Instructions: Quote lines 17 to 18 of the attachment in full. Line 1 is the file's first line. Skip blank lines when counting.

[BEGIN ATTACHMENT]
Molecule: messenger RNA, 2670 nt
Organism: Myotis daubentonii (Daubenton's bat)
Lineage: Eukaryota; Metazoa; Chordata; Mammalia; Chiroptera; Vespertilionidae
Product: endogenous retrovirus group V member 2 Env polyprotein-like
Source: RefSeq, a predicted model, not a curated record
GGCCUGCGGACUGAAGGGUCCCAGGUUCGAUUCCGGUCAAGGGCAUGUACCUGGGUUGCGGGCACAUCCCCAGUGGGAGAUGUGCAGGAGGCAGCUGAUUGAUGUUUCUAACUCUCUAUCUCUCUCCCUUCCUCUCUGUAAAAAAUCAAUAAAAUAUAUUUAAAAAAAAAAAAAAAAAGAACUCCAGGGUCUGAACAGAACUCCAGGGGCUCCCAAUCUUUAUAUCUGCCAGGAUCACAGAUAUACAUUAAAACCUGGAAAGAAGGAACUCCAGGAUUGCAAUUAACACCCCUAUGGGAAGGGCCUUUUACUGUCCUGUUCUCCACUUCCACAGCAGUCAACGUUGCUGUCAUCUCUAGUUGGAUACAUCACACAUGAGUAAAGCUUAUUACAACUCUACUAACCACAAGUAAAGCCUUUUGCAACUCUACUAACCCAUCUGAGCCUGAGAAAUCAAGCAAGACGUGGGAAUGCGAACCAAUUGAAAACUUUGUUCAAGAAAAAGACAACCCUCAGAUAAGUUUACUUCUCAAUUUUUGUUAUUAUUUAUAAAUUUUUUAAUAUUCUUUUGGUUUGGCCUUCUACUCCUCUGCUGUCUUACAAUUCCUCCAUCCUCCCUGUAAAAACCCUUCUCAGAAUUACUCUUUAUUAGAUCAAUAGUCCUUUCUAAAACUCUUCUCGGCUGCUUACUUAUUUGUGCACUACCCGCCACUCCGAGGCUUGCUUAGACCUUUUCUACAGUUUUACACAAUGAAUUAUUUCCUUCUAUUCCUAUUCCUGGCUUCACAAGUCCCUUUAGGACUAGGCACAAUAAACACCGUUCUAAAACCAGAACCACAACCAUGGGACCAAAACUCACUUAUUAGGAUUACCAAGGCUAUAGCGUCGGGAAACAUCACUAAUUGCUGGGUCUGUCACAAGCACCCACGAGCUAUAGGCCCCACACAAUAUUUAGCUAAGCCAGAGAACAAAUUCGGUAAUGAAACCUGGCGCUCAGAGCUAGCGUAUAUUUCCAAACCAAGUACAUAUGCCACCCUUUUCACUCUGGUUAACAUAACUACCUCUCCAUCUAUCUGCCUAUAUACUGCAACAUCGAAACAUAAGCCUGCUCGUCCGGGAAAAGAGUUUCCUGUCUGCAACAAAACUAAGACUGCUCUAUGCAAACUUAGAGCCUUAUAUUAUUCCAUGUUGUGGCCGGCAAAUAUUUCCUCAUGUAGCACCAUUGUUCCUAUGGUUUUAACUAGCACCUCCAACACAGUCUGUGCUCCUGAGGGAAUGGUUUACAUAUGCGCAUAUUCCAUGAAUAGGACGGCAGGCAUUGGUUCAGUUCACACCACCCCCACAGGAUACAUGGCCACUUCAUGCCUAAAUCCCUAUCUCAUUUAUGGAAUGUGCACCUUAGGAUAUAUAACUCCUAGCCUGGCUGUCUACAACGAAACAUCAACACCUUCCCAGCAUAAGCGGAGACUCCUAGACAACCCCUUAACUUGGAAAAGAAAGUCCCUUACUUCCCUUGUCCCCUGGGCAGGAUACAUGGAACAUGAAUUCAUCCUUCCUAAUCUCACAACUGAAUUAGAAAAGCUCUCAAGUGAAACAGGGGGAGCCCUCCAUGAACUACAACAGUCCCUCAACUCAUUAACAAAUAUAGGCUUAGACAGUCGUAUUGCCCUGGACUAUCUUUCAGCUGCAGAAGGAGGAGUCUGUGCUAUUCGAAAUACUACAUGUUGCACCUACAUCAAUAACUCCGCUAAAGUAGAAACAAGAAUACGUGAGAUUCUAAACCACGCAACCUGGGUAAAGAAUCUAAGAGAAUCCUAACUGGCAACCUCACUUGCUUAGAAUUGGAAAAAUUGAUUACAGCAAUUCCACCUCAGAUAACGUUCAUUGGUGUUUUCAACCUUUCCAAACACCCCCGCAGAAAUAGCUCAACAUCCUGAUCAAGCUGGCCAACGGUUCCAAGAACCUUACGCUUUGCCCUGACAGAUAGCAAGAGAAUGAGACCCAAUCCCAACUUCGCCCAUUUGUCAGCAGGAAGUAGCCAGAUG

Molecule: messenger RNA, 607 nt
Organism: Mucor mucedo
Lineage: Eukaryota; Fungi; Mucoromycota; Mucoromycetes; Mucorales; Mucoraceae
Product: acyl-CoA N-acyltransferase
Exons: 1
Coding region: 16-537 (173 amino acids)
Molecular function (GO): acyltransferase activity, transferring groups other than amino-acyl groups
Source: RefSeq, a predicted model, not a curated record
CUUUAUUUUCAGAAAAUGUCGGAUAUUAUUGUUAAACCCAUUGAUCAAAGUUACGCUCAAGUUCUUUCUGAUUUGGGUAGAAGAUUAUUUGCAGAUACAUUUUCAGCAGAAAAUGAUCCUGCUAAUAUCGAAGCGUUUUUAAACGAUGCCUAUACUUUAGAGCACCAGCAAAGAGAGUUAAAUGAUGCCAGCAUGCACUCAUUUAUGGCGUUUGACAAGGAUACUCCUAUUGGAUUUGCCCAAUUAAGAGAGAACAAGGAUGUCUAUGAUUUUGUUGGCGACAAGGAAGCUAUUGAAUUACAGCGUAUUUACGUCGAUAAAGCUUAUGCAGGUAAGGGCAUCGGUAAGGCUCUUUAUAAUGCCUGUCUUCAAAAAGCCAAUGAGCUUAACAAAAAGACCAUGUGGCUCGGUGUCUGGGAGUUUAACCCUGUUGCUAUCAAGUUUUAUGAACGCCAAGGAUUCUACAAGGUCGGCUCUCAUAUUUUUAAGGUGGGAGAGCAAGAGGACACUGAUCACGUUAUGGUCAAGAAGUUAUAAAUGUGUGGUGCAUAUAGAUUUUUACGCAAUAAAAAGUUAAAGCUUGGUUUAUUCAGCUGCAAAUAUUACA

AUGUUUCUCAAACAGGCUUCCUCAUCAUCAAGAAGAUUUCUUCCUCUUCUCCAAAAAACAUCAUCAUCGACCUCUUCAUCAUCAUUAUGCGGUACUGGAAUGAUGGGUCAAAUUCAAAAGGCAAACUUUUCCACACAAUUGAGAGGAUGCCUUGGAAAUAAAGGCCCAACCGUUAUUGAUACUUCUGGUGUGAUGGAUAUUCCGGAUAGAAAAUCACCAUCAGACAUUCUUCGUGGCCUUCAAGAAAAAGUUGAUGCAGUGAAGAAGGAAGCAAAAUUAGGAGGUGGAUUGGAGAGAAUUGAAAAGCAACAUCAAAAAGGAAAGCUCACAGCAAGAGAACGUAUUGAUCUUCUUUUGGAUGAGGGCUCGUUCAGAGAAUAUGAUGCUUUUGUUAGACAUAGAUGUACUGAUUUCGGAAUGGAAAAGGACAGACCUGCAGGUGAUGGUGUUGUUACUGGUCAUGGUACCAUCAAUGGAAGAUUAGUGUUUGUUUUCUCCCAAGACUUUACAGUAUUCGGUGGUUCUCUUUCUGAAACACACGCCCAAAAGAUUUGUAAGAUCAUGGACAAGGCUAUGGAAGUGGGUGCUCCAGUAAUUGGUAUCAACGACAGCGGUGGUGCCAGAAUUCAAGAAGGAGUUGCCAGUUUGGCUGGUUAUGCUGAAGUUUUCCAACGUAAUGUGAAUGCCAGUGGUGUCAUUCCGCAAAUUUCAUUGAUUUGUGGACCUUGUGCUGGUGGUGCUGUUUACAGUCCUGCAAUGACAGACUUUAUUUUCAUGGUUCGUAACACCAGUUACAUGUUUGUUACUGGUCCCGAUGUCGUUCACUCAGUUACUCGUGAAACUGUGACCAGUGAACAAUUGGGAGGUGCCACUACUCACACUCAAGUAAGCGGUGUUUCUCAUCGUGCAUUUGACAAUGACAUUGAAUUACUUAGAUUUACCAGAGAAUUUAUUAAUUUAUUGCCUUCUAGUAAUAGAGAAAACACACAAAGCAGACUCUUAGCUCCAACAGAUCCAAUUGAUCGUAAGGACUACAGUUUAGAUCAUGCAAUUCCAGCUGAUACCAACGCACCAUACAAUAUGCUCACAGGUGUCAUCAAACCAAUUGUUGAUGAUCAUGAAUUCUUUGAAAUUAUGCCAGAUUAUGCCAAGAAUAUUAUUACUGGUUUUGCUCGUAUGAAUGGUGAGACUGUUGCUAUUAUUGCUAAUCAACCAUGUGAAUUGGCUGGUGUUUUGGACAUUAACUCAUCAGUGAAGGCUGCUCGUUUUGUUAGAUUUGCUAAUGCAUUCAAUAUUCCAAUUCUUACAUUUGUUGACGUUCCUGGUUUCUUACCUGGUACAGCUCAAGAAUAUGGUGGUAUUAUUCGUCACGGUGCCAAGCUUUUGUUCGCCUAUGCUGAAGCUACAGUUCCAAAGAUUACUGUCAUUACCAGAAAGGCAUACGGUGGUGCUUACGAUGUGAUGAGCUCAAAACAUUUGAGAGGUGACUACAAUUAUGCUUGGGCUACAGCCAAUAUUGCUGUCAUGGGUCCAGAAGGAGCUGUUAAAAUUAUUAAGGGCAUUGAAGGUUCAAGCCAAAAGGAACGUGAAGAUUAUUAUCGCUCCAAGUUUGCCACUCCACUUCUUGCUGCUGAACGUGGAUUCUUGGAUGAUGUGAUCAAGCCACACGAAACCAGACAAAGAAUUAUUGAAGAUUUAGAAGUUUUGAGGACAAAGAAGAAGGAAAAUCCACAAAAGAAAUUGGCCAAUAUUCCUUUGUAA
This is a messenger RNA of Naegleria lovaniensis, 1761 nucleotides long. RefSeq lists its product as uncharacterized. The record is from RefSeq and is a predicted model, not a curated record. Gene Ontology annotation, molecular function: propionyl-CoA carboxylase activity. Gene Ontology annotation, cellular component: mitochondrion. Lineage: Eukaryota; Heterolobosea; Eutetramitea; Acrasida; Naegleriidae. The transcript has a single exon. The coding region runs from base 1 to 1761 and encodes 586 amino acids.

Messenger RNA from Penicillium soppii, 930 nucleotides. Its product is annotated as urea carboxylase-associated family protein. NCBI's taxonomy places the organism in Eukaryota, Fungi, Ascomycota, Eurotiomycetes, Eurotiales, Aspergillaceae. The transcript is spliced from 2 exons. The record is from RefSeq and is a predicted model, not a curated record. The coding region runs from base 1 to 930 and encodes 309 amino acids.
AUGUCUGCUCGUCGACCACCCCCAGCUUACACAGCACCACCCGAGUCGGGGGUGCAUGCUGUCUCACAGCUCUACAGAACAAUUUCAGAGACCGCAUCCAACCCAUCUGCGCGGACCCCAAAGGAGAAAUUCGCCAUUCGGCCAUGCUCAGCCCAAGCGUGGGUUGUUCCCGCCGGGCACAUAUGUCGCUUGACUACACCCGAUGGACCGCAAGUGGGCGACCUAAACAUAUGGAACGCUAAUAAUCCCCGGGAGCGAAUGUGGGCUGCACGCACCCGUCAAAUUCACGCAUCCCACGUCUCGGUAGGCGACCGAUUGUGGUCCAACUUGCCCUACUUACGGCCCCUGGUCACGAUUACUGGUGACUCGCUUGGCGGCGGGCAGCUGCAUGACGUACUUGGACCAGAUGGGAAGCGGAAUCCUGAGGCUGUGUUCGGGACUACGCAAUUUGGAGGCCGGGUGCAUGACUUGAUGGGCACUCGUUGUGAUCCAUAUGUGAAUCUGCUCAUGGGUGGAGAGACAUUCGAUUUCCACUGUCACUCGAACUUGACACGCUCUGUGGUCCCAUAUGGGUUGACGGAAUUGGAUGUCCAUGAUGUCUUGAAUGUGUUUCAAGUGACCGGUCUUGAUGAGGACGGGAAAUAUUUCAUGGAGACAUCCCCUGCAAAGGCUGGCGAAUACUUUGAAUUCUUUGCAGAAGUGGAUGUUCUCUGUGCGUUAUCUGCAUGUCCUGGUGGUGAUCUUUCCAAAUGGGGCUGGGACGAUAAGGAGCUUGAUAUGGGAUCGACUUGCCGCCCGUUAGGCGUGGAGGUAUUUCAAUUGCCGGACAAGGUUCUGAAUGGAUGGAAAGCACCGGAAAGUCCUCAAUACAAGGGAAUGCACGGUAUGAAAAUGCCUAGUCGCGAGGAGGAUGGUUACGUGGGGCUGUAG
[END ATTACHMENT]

This is a messenger RNA of Naegleria lovaniensis, 1761 nucleotides long. RefSeq lists its product as uncharacterized. The record is from RefSeq and is a predicted model, not a curated record. Gene Ontology annotation, molecular function: propionyl-CoA carboxylase activity. Gene Ontology annotation, cellular component: mitochondrion. Lineage: Eukaryota; Heterolobosea; Eutetramitea; Acrasida; Naegleriidae. The transcript has a single exon. The coding region runs from base 1 to 1761 and encodes 586 amino acids.

Messenger RNA from Penicillium soppii, 930 nucleotides. Its product is annotated as urea carboxylase-associated family protein. NCBI's taxonomy places the organism in Eukaryota, Fungi, Ascomycota, Eurotiomycetes, Eurotiales, Aspergillaceae. The transcript is spliced from 2 exons. The record is from RefSeq and is a predicted model, not a curated record. The coding region runs from base 1 to 930 and encodes 309 amino acids.